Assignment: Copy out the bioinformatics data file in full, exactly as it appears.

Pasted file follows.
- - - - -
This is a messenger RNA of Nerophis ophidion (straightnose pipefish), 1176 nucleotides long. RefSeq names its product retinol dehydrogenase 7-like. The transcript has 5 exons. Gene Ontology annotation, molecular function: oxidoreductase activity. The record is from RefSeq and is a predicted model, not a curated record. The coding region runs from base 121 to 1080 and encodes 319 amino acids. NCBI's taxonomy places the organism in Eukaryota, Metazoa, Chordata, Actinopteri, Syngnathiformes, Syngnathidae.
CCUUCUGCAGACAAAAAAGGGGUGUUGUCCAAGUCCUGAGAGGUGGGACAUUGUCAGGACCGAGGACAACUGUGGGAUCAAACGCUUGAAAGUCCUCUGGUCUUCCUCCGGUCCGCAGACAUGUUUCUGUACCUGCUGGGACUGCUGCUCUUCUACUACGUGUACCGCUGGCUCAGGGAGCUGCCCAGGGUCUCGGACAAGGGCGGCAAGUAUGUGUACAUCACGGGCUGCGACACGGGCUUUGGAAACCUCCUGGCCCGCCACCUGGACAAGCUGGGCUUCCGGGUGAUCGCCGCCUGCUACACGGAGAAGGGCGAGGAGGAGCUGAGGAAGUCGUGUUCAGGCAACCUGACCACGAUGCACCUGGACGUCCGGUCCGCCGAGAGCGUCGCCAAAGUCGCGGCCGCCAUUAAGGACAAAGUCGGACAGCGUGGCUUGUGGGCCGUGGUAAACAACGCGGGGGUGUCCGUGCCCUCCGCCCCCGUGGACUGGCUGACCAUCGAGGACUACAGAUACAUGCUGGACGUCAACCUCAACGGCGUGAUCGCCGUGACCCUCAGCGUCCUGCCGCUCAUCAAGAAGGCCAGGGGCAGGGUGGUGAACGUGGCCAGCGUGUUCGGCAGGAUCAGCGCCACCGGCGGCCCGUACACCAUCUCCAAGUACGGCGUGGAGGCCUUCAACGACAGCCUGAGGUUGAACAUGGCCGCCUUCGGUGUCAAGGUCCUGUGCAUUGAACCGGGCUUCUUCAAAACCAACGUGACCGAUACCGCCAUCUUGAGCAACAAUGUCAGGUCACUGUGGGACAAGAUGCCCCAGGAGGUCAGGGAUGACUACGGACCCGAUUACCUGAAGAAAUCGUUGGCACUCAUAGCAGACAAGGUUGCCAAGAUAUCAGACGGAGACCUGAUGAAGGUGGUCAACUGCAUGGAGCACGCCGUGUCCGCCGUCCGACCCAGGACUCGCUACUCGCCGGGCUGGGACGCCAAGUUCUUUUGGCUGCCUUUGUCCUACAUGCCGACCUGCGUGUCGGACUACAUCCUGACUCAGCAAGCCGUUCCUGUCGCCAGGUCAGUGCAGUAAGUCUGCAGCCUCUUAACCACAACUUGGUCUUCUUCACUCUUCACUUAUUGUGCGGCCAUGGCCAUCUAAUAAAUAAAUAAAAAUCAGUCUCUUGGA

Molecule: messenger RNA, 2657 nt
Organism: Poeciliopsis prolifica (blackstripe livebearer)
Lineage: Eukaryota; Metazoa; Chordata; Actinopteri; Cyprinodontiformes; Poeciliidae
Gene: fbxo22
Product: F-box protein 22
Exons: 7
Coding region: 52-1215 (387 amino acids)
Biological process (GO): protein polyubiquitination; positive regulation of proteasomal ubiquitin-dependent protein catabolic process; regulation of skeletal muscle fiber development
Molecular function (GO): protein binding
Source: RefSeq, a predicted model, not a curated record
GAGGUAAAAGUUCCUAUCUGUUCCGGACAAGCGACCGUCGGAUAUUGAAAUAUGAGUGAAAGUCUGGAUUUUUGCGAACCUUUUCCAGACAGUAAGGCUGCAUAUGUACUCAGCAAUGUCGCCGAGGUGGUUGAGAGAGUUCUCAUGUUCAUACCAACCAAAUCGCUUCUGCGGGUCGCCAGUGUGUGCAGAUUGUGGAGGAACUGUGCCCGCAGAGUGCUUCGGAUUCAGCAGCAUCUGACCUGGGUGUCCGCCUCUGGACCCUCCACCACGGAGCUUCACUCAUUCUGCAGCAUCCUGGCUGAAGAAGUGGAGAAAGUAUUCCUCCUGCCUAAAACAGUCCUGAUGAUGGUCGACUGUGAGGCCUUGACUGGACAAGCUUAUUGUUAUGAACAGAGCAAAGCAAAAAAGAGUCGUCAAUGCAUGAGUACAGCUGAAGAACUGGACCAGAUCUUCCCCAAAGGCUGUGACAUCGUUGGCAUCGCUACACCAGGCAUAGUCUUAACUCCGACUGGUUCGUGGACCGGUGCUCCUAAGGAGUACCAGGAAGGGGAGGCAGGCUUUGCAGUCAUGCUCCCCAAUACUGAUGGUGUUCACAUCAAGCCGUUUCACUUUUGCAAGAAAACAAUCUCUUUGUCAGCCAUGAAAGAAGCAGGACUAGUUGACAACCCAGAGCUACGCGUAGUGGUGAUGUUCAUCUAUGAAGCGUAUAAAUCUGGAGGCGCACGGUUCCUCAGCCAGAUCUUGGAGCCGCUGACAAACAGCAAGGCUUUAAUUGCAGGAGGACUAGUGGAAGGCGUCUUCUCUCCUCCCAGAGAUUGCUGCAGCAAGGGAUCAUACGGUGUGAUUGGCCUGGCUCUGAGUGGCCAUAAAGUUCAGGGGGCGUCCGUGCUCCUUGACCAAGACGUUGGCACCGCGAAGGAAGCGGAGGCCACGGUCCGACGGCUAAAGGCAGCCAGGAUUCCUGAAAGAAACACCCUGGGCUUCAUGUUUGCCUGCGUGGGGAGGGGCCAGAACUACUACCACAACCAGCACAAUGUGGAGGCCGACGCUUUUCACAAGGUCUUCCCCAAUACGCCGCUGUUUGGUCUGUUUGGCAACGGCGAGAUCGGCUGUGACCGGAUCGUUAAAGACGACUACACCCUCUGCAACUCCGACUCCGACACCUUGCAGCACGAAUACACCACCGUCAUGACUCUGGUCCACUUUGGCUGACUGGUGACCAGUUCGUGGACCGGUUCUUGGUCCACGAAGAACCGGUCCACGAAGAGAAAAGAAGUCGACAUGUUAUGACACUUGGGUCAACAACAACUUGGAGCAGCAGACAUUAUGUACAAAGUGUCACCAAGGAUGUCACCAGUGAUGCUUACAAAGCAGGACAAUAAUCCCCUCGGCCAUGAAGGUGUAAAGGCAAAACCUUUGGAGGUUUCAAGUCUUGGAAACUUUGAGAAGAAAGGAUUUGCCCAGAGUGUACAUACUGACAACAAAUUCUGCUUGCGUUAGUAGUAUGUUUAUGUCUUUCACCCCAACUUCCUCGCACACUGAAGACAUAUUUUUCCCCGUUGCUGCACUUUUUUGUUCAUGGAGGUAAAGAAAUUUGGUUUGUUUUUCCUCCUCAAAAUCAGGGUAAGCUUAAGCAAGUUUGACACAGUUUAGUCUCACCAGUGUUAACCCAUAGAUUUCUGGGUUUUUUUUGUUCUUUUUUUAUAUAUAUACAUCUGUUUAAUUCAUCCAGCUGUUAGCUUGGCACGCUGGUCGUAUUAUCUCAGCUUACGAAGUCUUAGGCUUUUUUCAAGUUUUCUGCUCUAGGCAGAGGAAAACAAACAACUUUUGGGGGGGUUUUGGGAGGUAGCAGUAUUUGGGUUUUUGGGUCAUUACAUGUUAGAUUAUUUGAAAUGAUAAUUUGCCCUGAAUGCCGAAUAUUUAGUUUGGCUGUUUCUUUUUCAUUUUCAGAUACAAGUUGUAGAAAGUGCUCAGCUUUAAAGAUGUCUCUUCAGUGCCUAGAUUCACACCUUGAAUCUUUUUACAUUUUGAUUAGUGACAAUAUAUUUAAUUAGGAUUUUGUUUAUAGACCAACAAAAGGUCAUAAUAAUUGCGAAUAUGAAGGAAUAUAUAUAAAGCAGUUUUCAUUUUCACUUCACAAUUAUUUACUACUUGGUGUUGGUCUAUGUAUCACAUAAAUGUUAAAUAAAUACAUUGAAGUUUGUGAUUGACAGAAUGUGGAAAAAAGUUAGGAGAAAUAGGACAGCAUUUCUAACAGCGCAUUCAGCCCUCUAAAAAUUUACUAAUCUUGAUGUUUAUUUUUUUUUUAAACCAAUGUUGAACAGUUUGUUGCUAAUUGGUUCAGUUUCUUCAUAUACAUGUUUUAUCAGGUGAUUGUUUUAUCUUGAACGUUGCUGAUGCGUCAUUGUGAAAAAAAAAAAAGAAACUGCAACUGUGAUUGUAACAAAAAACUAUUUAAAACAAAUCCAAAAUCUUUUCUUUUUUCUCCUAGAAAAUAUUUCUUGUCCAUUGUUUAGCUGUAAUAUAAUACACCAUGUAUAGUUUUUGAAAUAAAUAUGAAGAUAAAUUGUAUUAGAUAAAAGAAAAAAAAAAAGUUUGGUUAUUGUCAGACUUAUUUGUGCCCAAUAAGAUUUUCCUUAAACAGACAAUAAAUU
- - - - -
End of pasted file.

This is a messenger RNA of Nerophis ophidion (straightnose pipefish), 1176 nucleotides long. RefSeq names its product retinol dehydrogenase 7-like. The transcript has 5 exons. Gene Ontology annotation, molecular function: oxidoreductase activity. The record is from RefSeq and is a predicted model, not a curated record. The coding region runs from base 121 to 1080 and encodes 319 amino acids. NCBI's taxonomy places the organism in Eukaryota, Metazoa, Chordata, Actinopteri, Syngnathiformes, Syngnathidae.
CCUUCUGCAGACAAAAAAGGGGUGUUGUCCAAGUCCUGAGAGGUGGGACAUUGUCAGGACCGAGGACAACUGUGGGAUCAAACGCUUGAAAGUCCUCUGGUCUUCCUCCGGUCCGCAGACAUGUUUCUGUACCUGCUGGGACUGCUGCUCUUCUACUACGUGUACCGCUGGCUCAGGGAGCUGCCCAGGGUCUCGGACAAGGGCGGCAAGUAUGUGUACAUCACGGGCUGCGACACGGGCUUUGGAAACCUCCUGGCCCGCCACCUGGACAAGCUGGGCUUCCGGGUGAUCGCCGCCUGCUACACGGAGAAGGGCGAGGAGGAGCUGAGGAAGUCGUGUUCAGGCAACCUGACCACGAUGCACCUGGACGUCCGGUCCGCCGAGAGCGUCGCCAAAGUCGCGGCCGCCAUUAAGGACAAAGUCGGACAGCGUGGCUUGUGGGCCGUGGUAAACAACGCGGGGGUGUCCGUGCCCUCCGCCCCCGUGGACUGGCUGACCAUCGAGGACUACAGAUACAUGCUGGACGUCAACCUCAACGGCGUGAUCGCCGUGACCCUCAGCGUCCUGCCGCUCAUCAAGAAGGCCAGGGGCAGGGUGGUGAACGUGGCCAGCGUGUUCGGCAGGAUCAGCGCCACCGGCGGCCCGUACACCAUCUCCAAGUACGGCGUGGAGGCCUUCAACGACAGCCUGAGGUUGAACAUGGCCGCCUUCGGUGUCAAGGUCCUGUGCAUUGAACCGGGCUUCUUCAAAACCAACGUGACCGAUACCGCCAUCUUGAGCAACAAUGUCAGGUCACUGUGGGACAAGAUGCCCCAGGAGGUCAGGGAUGACUACGGACCCGAUUACCUGAAGAAAUCGUUGGCACUCAUAGCAGACAAGGUUGCCAAGAUAUCAGACGGAGACCUGAUGAAGGUGGUCAACUGCAUGGAGCACGCCGUGUCCGCCGUCCGACCCAGGACUCGCUACUCGCCGGGCUGGGACGCCAAGUUCUUUUGGCUGCCUUUGUCCUACAUGCCGACCUGCGUGUCGGACUACAUCCUGACUCAGCAAGCCGUUCCUGUCGCCAGGUCAGUGCAGUAAGUCUGCAGCCUCUUAACCACAACUUGGUCUUCUUCACUCUUCACUUAUUGUGCGGCCAUGGCCAUCUAAUAAAUAAAUAAAAAUCAGUCUCUUGGA

Molecule: messenger RNA, 2657 nt
Organism: Poeciliopsis prolifica (blackstripe livebearer)
Lineage: Eukaryota; Metazoa; Chordata; Actinopteri; Cyprinodontiformes; Poeciliidae
Gene: fbxo22
Product: F-box protein 22
Exons: 7
Coding region: 52-1215 (387 amino acids)
Biological process (GO): protein polyubiquitination; positive regulation of proteasomal ubiquitin-dependent protein catabolic process; regulation of skeletal muscle fiber development
Molecular function (GO): protein binding
Source: RefSeq, a predicted model, not a curated record
GAGGUAAAAGUUCCUAUCUGUUCCGGACAAGCGACCGUCGGAUAUUGAAAUAUGAGUGAAAGUCUGGAUUUUUGCGAACCUUUUCCAGACAGUAAGGCUGCAUAUGUACUCAGCAAUGUCGCCGAGGUGGUUGAGAGAGUUCUCAUGUUCAUACCAACCAAAUCGCUUCUGCGGGUCGCCAGUGUGUGCAGAUUGUGGAGGAACUGUGCCCGCAGAGUGCUUCGGAUUCAGCAGCAUCUGACCUGGGUGUCCGCCUCUGGACCCUCCACCACGGAGCUUCACUCAUUCUGCAGCAUCCUGGCUGAAGAAGUGGAGAAAGUAUUCCUCCUGCCUAAAACAGUCCUGAUGAUGGUCGACUGUGAGGCCUUGACUGGACAAGCUUAUUGUUAUGAACAGAGCAAAGCAAAAAAGAGUCGUCAAUGCAUGAGUACAGCUGAAGAACUGGACCAGAUCUUCCCCAAAGGCUGUGACAUCGUUGGCAUCGCUACACCAGGCAUAGUCUUAACUCCGACUGGUUCGUGGACCGGUGCUCCUAAGGAGUACCAGGAAGGGGAGGCAGGCUUUGCAGUCAUGCUCCCCAAUACUGAUGGUGUUCACAUCAAGCCGUUUCACUUUUGCAAGAAAACAAUCUCUUUGUCAGCCAUGAAAGAAGCAGGACUAGUUGACAACCCAGAGCUACGCGUAGUGGUGAUGUUCAUCUAUGAAGCGUAUAAAUCUGGAGGCGCACGGUUCCUCAGCCAGAUCUUGGAGCCGCUGACAAACAGCAAGGCUUUAAUUGCAGGAGGACUAGUGGAAGGCGUCUUCUCUCCUCCCAGAGAUUGCUGCAGCAAGGGAUCAUACGGUGUGAUUGGCCUGGCUCUGAGUGGCCAUAAAGUUCAGGGGGCGUCCGUGCUCCUUGACCAAGACGUUGGCACCGCGAAGGAAGCGGAGGCCACGGUCCGACGGCUAAAGGCAGCCAGGAUUCCUGAAAGAAACACCCUGGGCUUCAUGUUUGCCUGCGUGGGGAGGGGCCAGAACUACUACCACAACCAGCACAAUGUGGAGGCCGACGCUUUUCACAAGGUCUUCCCCAAUACGCCGCUGUUUGGUCUGUUUGGCAACGGCGAGAUCGGCUGUGACCGGAUCGUUAAAGACGACUACACCCUCUGCAACUCCGACUCCGACACCUUGCAGCACGAAUACACCACCGUCAUGACUCUGGUCCACUUUGGCUGACUGGUGACCAGUUCGUGGACCGGUUCUUGGUCCACGAAGAACCGGUCCACGAAGAGAAAAGAAGUCGACAUGUUAUGACACUUGGGUCAACAACAACUUGGAGCAGCAGACAUUAUGUACAAAGUGUCACCAAGGAUGUCACCAGUGAUGCUUACAAAGCAGGACAAUAAUCCCCUCGGCCAUGAAGGUGUAAAGGCAAAACCUUUGGAGGUUUCAAGUCUUGGAAACUUUGAGAAGAAAGGAUUUGCCCAGAGUGUACAUACUGACAACAAAUUCUGCUUGCGUUAGUAGUAUGUUUAUGUCUUUCACCCCAACUUCCUCGCACACUGAAGACAUAUUUUUCCCCGUUGCUGCACUUUUUUGUUCAUGGAGGUAAAGAAAUUUGGUUUGUUUUUCCUCCUCAAAAUCAGGGUAAGCUUAAGCAAGUUUGACACAGUUUAGUCUCACCAGUGUUAACCCAUAGAUUUCUGGGUUUUUUUUGUUCUUUUUUUAUAUAUAUACAUCUGUUUAAUUCAUCCAGCUGUUAGCUUGGCACGCUGGUCGUAUUAUCUCAGCUUACGAAGUCUUAGGCUUUUUUCAAGUUUUCUGCUCUAGGCAGAGGAAAACAAACAACUUUUGGGGGGGUUUUGGGAGGUAGCAGUAUUUGGGUUUUUGGGUCAUUACAUGUUAGAUUAUUUGAAAUGAUAAUUUGCCCUGAAUGCCGAAUAUUUAGUUUGGCUGUUUCUUUUUCAUUUUCAGAUACAAGUUGUAGAAAGUGCUCAGCUUUAAAGAUGUCUCUUCAGUGCCUAGAUUCACACCUUGAAUCUUUUUACAUUUUGAUUAGUGACAAUAUAUUUAAUUAGGAUUUUGUUUAUAGACCAACAAAAGGUCAUAAUAAUUGCGAAUAUGAAGGAAUAUAUAUAAAGCAGUUUUCAUUUUCACUUCACAAUUAUUUACUACUUGGUGUUGGUCUAUGUAUCACAUAAAUGUUAAAUAAAUACAUUGAAGUUUGUGAUUGACAGAAUGUGGAAAAAAGUUAGGAGAAAUAGGACAGCAUUUCUAACAGCGCAUUCAGCCCUCUAAAAAUUUACUAAUCUUGAUGUUUAUUUUUUUUUUAAACCAAUGUUGAACAGUUUGUUGCUAAUUGGUUCAGUUUCUUCAUAUACAUGUUUUAUCAGGUGAUUGUUUUAUCUUGAACGUUGCUGAUGCGUCAUUGUGAAAAAAAAAAAAGAAACUGCAACUGUGAUUGUAACAAAAAACUAUUUAAAACAAAUCCAAAAUCUUUUCUUUUUUCUCCUAGAAAAUAUUUCUUGUCCAUUGUUUAGCUGUAAUAUAAUACACCAUGUAUAGUUUUUGAAAUAAAUAUGAAGAUAAAUUGUAUUAGAUAAAAGAAAAAAAAAAAGUUUGGUUAUUGUCAGACUUAUUUGUGCCCAAUAAGAUUUUCCUUAAACAGACAAUAAAUU